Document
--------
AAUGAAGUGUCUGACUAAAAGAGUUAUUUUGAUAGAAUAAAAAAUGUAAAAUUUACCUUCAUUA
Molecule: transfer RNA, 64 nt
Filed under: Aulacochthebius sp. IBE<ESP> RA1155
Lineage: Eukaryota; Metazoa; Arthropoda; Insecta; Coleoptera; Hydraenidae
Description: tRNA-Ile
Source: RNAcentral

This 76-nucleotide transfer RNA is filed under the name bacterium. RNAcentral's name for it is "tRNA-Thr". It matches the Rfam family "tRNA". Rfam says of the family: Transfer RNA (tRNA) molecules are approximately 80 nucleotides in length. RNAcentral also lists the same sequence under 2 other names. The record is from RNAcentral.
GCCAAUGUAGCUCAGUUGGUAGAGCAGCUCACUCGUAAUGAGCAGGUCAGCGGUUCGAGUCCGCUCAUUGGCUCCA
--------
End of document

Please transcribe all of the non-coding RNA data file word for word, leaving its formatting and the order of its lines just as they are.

AAUGAAGUGUCUGACUAAAAGAGUUAUUUUGAUAGAAUAAAAAAUGUAAAAUUUACCUUCAUUA
Molecule: transfer RNA, 64 nt
Filed under: Aulacochthebius sp. IBE<ESP> RA1155
Lineage: Eukaryota; Metazoa; Arthropoda; Insecta; Coleoptera; Hydraenidae
Description: tRNA-Ile
Source: RNAcentral

This 76-nucleotide transfer RNA is filed under the name bacterium. RNAcentral's name for it is "tRNA-Thr". It matches the Rfam family "tRNA". Rfam says of the family: Transfer RNA (tRNA) molecules are approximately 80 nucleotides in length. RNAcentral also lists the same sequence under 2 other names. The record is from RNAcentral.
GCCAAUGUAGCUCAGUUGGUAGAGCAGCUCACUCGUAAUGAGCAGGUCAGCGGUUCGAGUCCGCUCAUUGGCUCCA